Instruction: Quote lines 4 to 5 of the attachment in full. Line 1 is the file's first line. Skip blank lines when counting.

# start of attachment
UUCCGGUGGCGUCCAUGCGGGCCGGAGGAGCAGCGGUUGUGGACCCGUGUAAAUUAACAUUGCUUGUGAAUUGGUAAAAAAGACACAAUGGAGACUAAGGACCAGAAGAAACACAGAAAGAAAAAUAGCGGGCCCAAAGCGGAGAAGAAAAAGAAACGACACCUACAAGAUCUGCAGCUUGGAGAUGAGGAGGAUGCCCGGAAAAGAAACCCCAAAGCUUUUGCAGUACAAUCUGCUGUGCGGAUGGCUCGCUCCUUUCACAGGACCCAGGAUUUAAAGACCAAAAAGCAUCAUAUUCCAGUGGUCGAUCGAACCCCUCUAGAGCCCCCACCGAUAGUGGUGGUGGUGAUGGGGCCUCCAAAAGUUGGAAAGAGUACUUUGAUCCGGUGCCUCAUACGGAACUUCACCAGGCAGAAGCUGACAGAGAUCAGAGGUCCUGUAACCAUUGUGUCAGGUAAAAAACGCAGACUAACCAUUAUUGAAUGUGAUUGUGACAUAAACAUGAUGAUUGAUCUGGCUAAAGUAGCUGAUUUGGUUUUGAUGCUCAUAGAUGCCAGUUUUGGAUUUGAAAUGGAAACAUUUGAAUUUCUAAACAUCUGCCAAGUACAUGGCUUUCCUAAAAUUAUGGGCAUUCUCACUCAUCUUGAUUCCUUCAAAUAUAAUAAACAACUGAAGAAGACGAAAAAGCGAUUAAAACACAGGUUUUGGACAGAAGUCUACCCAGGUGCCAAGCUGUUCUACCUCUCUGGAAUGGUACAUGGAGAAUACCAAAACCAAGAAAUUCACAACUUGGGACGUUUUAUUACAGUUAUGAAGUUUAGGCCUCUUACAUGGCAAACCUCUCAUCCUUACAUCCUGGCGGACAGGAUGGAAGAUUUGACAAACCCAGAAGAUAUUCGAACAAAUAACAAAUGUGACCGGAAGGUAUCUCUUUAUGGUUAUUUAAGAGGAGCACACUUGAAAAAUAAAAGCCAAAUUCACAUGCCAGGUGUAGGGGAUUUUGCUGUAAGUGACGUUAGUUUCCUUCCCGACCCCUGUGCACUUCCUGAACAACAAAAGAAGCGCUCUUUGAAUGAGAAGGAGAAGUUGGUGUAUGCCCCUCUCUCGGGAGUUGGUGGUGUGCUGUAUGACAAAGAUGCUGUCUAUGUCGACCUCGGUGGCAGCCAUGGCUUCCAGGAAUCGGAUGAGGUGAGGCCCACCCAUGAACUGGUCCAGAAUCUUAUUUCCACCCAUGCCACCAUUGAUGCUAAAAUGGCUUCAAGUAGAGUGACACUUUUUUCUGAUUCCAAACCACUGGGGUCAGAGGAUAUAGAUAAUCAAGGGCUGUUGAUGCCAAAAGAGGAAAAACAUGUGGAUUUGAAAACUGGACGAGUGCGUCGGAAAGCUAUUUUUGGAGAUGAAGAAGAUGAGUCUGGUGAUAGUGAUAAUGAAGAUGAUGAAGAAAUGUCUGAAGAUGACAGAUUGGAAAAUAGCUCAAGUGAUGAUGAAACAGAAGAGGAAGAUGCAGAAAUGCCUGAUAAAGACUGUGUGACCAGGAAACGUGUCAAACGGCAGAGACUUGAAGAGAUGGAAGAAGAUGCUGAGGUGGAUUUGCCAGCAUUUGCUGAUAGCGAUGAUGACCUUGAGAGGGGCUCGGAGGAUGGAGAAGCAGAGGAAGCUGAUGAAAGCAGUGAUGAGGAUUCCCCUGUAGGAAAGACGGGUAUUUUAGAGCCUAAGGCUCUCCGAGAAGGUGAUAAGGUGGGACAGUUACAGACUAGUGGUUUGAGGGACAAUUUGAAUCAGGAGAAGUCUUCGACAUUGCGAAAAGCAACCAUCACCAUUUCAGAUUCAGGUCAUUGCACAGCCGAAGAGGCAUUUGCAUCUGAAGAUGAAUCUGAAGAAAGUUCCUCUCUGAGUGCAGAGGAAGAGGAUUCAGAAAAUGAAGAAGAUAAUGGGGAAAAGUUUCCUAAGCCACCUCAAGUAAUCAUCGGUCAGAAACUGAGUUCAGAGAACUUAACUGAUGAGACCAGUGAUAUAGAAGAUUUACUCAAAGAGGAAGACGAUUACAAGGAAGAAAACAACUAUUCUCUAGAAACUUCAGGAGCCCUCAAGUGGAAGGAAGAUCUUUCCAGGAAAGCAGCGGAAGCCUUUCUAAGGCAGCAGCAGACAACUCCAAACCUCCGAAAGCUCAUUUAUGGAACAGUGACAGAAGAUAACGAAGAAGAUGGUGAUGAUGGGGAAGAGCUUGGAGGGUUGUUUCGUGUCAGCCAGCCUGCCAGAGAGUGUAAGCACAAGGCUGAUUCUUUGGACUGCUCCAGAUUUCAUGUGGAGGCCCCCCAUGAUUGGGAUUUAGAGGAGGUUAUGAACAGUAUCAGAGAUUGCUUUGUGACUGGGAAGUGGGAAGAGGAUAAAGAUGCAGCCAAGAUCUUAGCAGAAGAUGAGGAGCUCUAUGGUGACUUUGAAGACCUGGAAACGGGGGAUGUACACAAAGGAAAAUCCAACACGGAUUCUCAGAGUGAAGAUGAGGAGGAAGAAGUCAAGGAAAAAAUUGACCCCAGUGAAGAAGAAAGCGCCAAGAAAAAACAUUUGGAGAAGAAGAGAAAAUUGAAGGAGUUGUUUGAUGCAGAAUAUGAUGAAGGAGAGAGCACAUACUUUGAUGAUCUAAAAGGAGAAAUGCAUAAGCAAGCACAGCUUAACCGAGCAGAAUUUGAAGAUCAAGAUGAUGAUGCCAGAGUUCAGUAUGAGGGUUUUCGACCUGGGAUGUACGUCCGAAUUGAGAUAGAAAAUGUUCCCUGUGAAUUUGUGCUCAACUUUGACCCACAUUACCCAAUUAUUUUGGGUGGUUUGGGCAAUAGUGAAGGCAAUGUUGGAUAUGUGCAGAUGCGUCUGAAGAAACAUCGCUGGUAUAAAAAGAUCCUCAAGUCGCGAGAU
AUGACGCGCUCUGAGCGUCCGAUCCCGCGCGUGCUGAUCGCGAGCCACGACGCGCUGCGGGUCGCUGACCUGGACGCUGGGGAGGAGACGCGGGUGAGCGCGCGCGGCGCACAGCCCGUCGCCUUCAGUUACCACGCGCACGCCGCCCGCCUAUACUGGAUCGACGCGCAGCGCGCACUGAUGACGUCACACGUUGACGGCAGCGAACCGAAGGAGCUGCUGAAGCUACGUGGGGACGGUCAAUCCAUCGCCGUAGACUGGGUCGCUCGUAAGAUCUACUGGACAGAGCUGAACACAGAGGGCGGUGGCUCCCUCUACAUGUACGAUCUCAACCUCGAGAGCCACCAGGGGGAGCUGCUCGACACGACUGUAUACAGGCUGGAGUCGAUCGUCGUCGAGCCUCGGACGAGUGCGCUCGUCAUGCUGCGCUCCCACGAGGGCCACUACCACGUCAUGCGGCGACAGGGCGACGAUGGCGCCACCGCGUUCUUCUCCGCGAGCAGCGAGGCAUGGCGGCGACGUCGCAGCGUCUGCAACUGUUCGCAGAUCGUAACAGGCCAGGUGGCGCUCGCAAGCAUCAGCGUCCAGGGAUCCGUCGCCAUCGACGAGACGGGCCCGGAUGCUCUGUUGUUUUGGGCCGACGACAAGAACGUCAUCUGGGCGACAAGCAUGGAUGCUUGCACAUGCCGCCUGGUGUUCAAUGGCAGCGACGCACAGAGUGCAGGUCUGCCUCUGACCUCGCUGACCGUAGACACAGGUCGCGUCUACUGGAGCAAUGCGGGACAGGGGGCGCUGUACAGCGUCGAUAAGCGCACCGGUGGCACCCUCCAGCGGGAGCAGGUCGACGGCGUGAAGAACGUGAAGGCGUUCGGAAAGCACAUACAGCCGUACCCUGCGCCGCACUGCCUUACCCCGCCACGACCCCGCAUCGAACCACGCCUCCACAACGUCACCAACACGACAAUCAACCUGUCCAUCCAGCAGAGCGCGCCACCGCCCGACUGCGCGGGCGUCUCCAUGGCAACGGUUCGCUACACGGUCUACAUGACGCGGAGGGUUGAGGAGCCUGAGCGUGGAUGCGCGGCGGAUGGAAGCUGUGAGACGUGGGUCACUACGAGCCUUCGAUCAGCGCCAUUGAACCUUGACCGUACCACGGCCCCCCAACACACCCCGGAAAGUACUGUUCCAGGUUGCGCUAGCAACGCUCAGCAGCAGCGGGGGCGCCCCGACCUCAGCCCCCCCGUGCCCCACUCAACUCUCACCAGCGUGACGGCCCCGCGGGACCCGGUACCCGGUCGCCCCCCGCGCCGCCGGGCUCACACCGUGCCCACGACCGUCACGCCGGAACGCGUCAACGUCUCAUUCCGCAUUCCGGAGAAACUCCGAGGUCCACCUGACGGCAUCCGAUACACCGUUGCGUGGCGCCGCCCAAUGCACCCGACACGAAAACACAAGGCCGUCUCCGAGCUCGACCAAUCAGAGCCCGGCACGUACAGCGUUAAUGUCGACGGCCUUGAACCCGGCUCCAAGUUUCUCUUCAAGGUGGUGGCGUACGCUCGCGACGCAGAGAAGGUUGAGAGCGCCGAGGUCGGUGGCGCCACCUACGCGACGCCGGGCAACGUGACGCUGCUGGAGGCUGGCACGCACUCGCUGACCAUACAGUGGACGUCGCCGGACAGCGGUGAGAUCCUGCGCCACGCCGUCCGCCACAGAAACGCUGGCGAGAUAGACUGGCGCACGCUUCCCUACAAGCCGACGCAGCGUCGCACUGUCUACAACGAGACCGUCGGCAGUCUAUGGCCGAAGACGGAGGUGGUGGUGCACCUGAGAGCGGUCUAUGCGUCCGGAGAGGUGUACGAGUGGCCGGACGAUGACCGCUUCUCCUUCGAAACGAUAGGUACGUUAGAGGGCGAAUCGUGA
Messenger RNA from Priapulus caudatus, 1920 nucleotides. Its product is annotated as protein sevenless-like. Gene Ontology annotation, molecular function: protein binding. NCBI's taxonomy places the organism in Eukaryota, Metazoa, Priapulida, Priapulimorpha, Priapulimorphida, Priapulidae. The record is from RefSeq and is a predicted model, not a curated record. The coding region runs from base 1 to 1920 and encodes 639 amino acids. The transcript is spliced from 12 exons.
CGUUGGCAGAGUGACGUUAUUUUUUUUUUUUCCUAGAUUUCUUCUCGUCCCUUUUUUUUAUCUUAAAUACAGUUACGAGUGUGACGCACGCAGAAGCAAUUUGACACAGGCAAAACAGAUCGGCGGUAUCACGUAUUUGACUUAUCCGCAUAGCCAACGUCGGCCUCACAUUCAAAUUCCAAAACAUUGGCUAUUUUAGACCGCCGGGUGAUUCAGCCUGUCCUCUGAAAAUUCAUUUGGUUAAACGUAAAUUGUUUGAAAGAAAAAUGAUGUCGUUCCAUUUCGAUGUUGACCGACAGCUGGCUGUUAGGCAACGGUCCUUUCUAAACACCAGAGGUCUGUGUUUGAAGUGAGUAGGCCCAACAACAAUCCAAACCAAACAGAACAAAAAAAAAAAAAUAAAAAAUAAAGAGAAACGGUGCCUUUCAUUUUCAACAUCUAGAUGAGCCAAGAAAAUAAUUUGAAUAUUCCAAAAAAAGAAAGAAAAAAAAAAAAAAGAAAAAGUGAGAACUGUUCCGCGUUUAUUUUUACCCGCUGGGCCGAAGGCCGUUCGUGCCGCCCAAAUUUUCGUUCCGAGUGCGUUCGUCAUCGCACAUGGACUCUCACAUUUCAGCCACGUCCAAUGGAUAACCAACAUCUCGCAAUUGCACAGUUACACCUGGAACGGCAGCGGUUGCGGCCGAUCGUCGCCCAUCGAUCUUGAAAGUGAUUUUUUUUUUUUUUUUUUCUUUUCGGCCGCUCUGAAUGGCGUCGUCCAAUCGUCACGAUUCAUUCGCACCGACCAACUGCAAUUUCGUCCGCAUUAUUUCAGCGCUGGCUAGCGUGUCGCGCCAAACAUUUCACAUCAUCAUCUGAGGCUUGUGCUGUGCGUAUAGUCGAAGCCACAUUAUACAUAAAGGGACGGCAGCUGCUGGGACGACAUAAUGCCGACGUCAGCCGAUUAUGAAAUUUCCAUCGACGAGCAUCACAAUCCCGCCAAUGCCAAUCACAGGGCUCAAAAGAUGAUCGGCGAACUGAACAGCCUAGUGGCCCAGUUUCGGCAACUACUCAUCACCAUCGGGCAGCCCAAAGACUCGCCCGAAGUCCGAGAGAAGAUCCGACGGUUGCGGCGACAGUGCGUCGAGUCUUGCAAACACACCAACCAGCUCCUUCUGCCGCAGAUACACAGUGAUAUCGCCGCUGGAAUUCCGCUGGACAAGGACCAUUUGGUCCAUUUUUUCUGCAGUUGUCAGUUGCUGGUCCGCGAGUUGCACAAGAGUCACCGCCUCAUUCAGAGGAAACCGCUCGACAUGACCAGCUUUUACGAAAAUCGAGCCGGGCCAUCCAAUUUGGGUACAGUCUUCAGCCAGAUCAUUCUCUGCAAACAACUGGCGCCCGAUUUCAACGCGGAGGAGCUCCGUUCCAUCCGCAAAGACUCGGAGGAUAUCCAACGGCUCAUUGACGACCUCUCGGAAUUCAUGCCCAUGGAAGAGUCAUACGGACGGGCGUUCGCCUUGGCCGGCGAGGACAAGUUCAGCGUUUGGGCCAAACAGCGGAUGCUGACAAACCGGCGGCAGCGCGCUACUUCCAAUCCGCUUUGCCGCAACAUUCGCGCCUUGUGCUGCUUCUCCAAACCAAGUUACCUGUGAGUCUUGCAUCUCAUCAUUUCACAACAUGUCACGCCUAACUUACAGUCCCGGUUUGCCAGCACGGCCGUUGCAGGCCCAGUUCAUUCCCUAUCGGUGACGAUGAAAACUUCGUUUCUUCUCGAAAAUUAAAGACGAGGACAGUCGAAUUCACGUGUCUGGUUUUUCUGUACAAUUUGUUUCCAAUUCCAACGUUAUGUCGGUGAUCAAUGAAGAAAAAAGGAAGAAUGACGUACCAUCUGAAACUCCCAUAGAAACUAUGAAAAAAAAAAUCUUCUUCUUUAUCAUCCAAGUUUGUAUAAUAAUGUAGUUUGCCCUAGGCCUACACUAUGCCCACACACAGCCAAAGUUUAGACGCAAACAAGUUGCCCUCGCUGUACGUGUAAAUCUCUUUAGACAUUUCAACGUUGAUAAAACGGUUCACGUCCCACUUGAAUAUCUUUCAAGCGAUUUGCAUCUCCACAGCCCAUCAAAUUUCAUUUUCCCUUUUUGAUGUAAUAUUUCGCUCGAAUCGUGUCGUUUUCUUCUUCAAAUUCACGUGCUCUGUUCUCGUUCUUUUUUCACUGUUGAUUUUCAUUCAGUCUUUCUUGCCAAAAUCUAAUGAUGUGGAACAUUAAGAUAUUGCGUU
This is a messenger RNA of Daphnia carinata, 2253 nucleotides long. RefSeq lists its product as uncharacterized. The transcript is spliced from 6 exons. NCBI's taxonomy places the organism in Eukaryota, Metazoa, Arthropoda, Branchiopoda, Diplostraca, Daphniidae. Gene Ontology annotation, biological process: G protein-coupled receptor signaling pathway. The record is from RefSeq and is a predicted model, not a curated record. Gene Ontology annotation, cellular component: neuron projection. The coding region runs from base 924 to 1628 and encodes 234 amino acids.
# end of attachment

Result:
CGUUGGCAGAGUGACGUUAUUUUUUUUUUUUCCUAGAUUUCUUCUCGUCCCUUUUUUUUAUCUUAAAUACAGUUACGAGUGUGACGCACGCAGAAGCAAUUUGACACAGGCAAAACAGAUCGGCGGUAUCACGUAUUUGACUUAUCCGCAUAGCCAACGUCGGCCUCACAUUCAAAUUCCAAAACAUUGGCUAUUUUAGACCGCCGGGUGAUUCAGCCUGUCCUCUGAAAAUUCAUUUGGUUAAACGUAAAUUGUUUGAAAGAAAAAUGAUGUCGUUCCAUUUCGAUGUUGACCGACAGCUGGCUGUUAGGCAACGGUCCUUUCUAAACACCAGAGGUCUGUGUUUGAAGUGAGUAGGCCCAACAACAAUCCAAACCAAACAGAACAAAAAAAAAAAAAUAAAAAAUAAAGAGAAACGGUGCCUUUCAUUUUCAACAUCUAGAUGAGCCAAGAAAAUAAUUUGAAUAUUCCAAAAAAAGAAAGAAAAAAAAAAAAAAGAAAAAGUGAGAACUGUUCCGCGUUUAUUUUUACCCGCUGGGCCGAAGGCCGUUCGUGCCGCCCAAAUUUUCGUUCCGAGUGCGUUCGUCAUCGCACAUGGACUCUCACAUUUCAGCCACGUCCAAUGGAUAACCAACAUCUCGCAAUUGCACAGUUACACCUGGAACGGCAGCGGUUGCGGCCGAUCGUCGCCCAUCGAUCUUGAAAGUGAUUUUUUUUUUUUUUUUUUCUUUUCGGCCGCUCUGAAUGGCGUCGUCCAAUCGUCACGAUUCAUUCGCACCGACCAACUGCAAUUUCGUCCGCAUUAUUUCAGCGCUGGCUAGCGUGUCGCGCCAAACAUUUCACAUCAUCAUCUGAGGCUUGUGCUGUGCGUAUAGUCGAAGCCACAUUAUACAUAAAGGGACGGCAGCUGCUGGGACGACAUAAUGCCGACGUCAGCCGAUUAUGAAAUUUCCAUCGACGAGCAUCACAAUCCCGCCAAUGCCAAUCACAGGGCUCAAAAGAUGAUCGGCGAACUGAACAGCCUAGUGGCCCAGUUUCGGCAACUACUCAUCACCAUCGGGCAGCCCAAAGACUCGCCCGAAGUCCGAGAGAAGAUCCGACGGUUGCGGCGACAGUGCGUCGAGUCUUGCAAACACACCAACCAGCUCCUUCUGCCGCAGAUACACAGUGAUAUCGCCGCUGGAAUUCCGCUGGACAAGGACCAUUUGGUCCAUUUUUUCUGCAGUUGUCAGUUGCUGGUCCGCGAGUUGCACAAGAGUCACCGCCUCAUUCAGAGGAAACCGCUCGACAUGACCAGCUUUUACGAAAAUCGAGCCGGGCCAUCCAAUUUGGGUACAGUCUUCAGCCAGAUCAUUCUCUGCAAACAACUGGCGCCCGAUUUCAACGCGGAGGAGCUCCGUUCCAUCCGCAAAGACUCGGAGGAUAUCCAACGGCUCAUUGACGACCUCUCGGAAUUCAUGCCCAUGGAAGAGUCAUACGGACGGGCGUUCGCCUUGGCCGGCGAGGACAAGUUCAGCGUUUGGGCCAAACAGCGGAUGCUGACAAACCGGCGGCAGCGCGCUACUUCCAAUCCGCUUUGCCGCAACAUUCGCGCCUUGUGCUGCUUCUCCAAACCAAGUUACCUGUGAGUCUUGCAUCUCAUCAUUUCACAACAUGUCACGCCUAACUUACAGUCCCGGUUUGCCAGCACGGCCGUUGCAGGCCCAGUUCAUUCCCUAUCGGUGACGAUGAAAACUUCGUUUCUUCUCGAAAAUUAAAGACGAGGACAGUCGAAUUCACGUGUCUGGUUUUUCUGUACAAUUUGUUUCCAAUUCCAACGUUAUGUCGGUGAUCAAUGAAGAAAAAAGGAAGAAUGACGUACCAUCUGAAACUCCCAUAGAAACUAUGAAAAAAAAAAUCUUCUUCUUUAUCAUCCAAGUUUGUAUAAUAAUGUAGUUUGCCCUAGGCCUACACUAUGCCCACACACAGCCAAAGUUUAGACGCAAACAAGUUGCCCUCGCUGUACGUGUAAAUCUCUUUAGACAUUUCAACGUUGAUAAAACGGUUCACGUCCCACUUGAAUAUCUUUCAAGCGAUUUGCAUCUCCACAGCCCAUCAAAUUUCAUUUUCCCUUUUUGAUGUAAUAUUUCGCUCGAAUCGUGUCGUUUUCUUCUUCAAAUUCACGUGCUCUGUUCUCGUUCUUUUUUCACUGUUGAUUUUCAUUCAGUCUUUCUUGCCAAAAUCUAAUGAUGUGGAACAUUAAGAUAUUGCGUU
This is a messenger RNA of Daphnia carinata, 2253 nucleotides long. RefSeq lists its product as uncharacterized. The transcript is spliced from 6 exons. NCBI's taxonomy places the organism in Eukaryota, Metazoa, Arthropoda, Branchiopoda, Diplostraca, Daphniidae. Gene Ontology annotation, biological process: G protein-coupled receptor signaling pathway. The record is from RefSeq and is a predicted model, not a curated record. Gene Ontology annotation, cellular component: neuron projection. The coding region runs from base 924 to 1628 and encodes 234 amino acids.